Updated: Nov 23
Around the middle of every semester, I ask my college students, "How many of you are sitting in the same seat you’ve been in from the first day of class?” All hands go up.
“How many of you are sitting in the same seat in every class?” All hands go up.
I ask what would happen if I asked them to change their seats right now. One student offered, “We would be really upset”. The other students nod.
One student told me it was “traumatic” when another student spilled coffee in her regular seat and she had to choose another seat, which upset another student who had to move too.
I then asked why they self-assign themselves a specific seat.
"One less thing to think about."
The professors condone this behavior because it helps them learn students' names when students sit in the same seat, even though they don’t ask them to do it.
And this, my friends, is what we metaphorically do in our lives. I point this out to my students, who always seem surprised. They never even consciously realized they were choosing the same seat, but we all do it in one way or another, every day.
We innocently “pick a seat” and then we stay in that “seat” and we say this is MY seat. Others around us start to expect us to “sit in that seat” too.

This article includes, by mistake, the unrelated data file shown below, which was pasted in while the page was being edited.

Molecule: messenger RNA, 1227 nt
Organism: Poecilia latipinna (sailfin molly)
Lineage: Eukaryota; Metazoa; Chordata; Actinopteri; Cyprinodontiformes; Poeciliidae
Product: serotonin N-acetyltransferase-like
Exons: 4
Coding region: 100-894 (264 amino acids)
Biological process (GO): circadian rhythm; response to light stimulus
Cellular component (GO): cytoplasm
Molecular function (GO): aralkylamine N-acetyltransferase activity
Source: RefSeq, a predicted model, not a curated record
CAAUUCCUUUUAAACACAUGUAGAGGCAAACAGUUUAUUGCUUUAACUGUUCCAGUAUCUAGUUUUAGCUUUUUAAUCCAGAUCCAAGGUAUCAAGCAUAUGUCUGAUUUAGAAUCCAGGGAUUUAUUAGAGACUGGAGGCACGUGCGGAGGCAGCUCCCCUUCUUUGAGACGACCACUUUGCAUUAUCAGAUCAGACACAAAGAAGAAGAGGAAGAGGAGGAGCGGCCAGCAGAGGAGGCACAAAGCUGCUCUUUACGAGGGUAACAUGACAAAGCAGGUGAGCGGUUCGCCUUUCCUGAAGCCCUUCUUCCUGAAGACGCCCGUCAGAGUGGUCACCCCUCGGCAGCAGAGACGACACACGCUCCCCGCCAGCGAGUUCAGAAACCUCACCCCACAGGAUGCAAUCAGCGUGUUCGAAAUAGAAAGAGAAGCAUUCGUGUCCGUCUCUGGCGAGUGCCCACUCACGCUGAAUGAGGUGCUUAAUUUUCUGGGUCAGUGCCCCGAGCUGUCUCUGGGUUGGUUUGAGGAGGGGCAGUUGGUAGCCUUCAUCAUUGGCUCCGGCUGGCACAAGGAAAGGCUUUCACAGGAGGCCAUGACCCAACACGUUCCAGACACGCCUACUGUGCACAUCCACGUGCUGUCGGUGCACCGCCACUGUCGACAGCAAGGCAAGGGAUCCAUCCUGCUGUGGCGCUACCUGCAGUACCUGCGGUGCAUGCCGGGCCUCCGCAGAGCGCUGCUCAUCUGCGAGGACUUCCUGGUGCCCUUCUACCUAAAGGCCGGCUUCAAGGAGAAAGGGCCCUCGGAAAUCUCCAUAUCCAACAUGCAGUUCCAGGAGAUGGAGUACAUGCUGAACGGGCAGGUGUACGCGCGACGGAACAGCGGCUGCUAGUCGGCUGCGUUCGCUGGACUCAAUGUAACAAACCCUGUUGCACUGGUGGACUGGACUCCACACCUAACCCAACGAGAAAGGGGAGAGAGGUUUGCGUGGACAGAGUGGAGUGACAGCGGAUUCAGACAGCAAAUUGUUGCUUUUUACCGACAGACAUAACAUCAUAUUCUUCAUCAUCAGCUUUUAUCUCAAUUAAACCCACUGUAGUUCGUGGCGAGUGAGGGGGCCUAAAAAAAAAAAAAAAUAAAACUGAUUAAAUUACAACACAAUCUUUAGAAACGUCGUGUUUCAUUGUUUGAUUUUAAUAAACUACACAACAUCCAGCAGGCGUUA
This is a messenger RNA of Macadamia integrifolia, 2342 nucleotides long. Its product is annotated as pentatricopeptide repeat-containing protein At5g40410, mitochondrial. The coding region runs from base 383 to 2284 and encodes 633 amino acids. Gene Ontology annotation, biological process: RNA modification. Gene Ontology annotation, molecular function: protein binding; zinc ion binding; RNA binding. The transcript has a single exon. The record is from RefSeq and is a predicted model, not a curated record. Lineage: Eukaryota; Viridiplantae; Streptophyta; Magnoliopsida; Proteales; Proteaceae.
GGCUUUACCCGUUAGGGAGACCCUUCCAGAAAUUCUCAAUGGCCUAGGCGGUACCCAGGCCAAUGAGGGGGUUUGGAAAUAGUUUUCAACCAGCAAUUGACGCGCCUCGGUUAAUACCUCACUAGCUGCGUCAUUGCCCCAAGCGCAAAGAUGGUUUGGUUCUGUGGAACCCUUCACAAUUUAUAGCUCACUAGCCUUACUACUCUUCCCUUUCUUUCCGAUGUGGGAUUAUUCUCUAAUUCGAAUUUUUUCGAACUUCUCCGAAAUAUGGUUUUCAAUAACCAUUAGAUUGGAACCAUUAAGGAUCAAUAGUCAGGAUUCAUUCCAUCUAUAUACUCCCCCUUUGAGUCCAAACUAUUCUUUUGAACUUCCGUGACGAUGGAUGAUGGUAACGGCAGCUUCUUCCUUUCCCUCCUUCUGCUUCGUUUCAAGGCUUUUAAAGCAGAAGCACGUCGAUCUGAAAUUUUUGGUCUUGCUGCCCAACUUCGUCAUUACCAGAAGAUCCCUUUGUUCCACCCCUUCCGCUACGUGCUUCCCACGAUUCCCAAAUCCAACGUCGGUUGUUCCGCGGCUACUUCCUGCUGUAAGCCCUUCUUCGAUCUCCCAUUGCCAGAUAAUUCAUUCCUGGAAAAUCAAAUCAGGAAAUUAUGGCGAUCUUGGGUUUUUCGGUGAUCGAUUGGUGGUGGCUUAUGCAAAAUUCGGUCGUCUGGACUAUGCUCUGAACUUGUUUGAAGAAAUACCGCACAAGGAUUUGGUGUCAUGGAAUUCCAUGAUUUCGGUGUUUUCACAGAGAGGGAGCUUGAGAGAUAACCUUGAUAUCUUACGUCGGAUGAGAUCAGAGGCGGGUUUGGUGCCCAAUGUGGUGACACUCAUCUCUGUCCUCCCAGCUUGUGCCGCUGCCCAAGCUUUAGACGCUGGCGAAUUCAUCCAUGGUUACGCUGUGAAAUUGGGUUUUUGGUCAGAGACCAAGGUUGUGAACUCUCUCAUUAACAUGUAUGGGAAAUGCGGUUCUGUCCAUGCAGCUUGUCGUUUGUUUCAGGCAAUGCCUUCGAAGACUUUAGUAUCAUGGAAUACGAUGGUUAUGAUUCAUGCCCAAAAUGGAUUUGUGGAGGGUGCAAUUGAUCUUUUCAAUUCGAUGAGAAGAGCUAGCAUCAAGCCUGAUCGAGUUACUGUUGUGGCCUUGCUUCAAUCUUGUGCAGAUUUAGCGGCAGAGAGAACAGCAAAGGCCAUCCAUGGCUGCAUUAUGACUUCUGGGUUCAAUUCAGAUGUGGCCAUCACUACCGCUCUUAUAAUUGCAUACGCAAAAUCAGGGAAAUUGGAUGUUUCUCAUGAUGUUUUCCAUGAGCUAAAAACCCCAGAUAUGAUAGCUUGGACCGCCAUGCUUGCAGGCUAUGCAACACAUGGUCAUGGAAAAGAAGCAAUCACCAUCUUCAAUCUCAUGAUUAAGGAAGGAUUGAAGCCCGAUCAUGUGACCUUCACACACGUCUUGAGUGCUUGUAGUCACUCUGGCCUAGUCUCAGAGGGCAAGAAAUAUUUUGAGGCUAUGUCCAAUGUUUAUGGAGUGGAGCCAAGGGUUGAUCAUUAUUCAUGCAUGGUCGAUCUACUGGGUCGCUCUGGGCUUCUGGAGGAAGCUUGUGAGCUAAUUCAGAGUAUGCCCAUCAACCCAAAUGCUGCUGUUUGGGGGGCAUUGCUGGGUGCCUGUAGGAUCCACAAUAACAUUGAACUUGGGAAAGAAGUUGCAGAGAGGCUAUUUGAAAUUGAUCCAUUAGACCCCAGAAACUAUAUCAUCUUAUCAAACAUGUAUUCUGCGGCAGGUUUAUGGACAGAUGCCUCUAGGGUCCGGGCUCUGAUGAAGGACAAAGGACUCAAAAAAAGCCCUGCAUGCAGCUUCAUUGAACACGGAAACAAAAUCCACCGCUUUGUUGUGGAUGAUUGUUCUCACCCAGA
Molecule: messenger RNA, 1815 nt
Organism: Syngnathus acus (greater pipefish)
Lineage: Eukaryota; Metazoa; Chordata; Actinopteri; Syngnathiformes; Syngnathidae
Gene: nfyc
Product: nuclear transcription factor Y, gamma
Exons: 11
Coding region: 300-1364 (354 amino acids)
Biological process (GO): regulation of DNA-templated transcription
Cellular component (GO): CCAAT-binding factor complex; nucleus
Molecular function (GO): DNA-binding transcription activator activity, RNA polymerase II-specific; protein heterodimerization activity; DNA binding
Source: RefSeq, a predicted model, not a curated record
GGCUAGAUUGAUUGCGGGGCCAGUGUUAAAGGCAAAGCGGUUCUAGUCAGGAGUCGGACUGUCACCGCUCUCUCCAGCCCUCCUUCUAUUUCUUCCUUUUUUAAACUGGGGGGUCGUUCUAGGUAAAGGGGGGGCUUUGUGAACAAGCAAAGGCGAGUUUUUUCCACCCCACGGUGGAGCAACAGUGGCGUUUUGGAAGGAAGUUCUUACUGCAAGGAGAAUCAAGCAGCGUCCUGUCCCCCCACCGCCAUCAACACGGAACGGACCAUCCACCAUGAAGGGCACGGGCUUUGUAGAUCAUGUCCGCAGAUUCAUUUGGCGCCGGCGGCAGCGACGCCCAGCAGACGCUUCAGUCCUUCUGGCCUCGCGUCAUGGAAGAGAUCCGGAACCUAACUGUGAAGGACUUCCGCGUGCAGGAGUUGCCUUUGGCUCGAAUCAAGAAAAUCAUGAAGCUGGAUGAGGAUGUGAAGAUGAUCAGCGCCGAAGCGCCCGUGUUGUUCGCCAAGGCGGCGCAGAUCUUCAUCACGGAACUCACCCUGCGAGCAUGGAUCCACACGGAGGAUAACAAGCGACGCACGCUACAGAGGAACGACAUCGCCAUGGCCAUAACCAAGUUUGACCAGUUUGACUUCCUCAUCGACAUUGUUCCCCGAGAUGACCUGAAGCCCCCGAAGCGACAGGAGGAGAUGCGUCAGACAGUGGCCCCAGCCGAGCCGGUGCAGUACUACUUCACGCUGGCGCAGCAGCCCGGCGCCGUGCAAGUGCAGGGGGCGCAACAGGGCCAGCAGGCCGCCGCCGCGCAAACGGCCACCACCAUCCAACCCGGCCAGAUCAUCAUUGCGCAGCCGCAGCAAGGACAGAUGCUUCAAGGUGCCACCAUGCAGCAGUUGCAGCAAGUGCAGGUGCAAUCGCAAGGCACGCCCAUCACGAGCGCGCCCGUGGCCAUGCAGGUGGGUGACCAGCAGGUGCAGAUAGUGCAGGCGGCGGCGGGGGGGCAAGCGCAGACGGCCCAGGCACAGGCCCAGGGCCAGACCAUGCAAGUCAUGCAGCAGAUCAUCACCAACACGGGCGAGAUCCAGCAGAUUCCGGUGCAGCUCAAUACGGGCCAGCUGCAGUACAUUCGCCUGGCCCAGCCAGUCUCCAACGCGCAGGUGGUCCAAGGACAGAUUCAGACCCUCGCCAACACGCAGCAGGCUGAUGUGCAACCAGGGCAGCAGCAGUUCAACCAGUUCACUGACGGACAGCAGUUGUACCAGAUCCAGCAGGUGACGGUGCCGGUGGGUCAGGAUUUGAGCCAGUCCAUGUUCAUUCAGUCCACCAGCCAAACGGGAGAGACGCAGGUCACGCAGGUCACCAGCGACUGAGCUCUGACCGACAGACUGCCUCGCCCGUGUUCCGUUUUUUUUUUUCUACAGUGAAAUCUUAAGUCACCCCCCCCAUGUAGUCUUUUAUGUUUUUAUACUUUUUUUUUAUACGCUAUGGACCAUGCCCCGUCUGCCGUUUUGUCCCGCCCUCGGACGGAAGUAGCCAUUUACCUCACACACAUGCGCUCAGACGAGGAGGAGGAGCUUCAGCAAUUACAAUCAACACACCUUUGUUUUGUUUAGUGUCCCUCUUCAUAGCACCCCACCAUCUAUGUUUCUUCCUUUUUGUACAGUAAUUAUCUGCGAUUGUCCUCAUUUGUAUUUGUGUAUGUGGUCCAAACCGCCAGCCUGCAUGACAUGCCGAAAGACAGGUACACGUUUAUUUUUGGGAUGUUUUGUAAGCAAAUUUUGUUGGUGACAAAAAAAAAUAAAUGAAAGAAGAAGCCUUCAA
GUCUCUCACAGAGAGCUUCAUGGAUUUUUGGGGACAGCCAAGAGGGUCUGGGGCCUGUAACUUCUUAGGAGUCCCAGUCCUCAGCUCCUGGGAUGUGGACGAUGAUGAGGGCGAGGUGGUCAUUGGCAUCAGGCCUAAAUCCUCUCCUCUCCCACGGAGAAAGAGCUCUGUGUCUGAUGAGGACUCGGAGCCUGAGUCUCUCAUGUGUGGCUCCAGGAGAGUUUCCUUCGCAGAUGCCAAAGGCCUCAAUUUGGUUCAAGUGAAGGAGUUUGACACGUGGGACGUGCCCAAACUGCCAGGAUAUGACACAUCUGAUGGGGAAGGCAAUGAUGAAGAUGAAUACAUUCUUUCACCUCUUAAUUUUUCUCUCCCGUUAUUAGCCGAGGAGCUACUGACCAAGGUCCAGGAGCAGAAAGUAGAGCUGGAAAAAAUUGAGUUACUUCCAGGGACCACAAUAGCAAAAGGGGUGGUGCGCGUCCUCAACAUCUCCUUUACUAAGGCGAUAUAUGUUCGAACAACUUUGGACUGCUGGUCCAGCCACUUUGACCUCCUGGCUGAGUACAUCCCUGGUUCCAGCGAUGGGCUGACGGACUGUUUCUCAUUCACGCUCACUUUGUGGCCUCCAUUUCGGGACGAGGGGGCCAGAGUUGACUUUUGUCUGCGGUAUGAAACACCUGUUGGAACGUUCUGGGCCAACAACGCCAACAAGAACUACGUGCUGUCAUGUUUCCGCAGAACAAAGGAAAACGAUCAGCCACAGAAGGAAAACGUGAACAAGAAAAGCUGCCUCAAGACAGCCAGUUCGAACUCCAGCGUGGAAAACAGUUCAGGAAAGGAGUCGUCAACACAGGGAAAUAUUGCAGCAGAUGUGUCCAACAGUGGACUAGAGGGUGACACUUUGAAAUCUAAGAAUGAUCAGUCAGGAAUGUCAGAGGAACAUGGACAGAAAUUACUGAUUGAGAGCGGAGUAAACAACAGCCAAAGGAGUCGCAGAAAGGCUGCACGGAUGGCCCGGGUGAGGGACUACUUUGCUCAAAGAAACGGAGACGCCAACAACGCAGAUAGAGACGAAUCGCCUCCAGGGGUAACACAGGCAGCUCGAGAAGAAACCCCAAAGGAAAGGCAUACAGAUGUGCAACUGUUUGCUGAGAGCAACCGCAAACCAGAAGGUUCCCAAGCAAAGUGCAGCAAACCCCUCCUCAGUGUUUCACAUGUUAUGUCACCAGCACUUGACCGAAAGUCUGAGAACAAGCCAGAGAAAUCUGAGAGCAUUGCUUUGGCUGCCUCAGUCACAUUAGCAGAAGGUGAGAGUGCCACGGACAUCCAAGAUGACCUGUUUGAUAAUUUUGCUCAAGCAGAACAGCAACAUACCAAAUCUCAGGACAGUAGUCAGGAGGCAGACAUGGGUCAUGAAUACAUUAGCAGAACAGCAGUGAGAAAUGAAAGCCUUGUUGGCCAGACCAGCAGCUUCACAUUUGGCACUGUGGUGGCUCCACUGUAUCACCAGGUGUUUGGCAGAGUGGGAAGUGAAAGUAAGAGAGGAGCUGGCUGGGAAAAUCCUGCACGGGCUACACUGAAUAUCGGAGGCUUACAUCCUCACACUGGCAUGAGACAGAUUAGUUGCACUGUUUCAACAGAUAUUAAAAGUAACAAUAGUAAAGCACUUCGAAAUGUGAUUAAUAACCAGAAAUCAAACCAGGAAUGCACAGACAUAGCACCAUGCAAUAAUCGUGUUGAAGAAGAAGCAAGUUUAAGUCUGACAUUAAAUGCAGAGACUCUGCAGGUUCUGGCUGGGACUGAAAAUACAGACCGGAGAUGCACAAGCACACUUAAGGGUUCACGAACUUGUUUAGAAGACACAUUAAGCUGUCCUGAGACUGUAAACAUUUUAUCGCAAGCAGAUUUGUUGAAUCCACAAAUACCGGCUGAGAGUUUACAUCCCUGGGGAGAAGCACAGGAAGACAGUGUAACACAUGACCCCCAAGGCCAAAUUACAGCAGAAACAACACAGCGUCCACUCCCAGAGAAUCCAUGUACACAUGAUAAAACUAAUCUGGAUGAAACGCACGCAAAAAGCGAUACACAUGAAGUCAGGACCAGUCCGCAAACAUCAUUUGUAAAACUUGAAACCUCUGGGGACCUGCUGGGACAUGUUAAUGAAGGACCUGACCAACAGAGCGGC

And while it gives us comfort, it can prevent us from taking even the smallest risks, pursuing dreams, trying new things, finding new perspectives, learning and growing.
So, how do we “change seats”? You do the new. You volunteer. You mentor. You expand your network. You learn new skills. You purposely seek new experiences and opportunities to learn regardless of how old, or successful you are.
In fact, my own experience showed me that the more successful you are, the more likely you are to find yourself stuck in “the same seat." Why? Because it just gets so darn comfortable and before you know it, there you are… stuck. And this is what launched me in my year of doing 365 first-time experiences. (Read I Dare Me :) )
Now, I tell my students it's actually not a big deal to pick a seat and stay in it for class.
It is a big deal to avoid going to the career fair, creating a new resume and meeting employers—all the things that require some risk, discomfort and chance of rejection or imperfection.
It’s the same for us, adults—working professionals. We don’t have to change everything. But, we all have to get out of our “seats” every now and then, do the new and get a fresh perspective to create more of the life we want.
How will you “change seats?”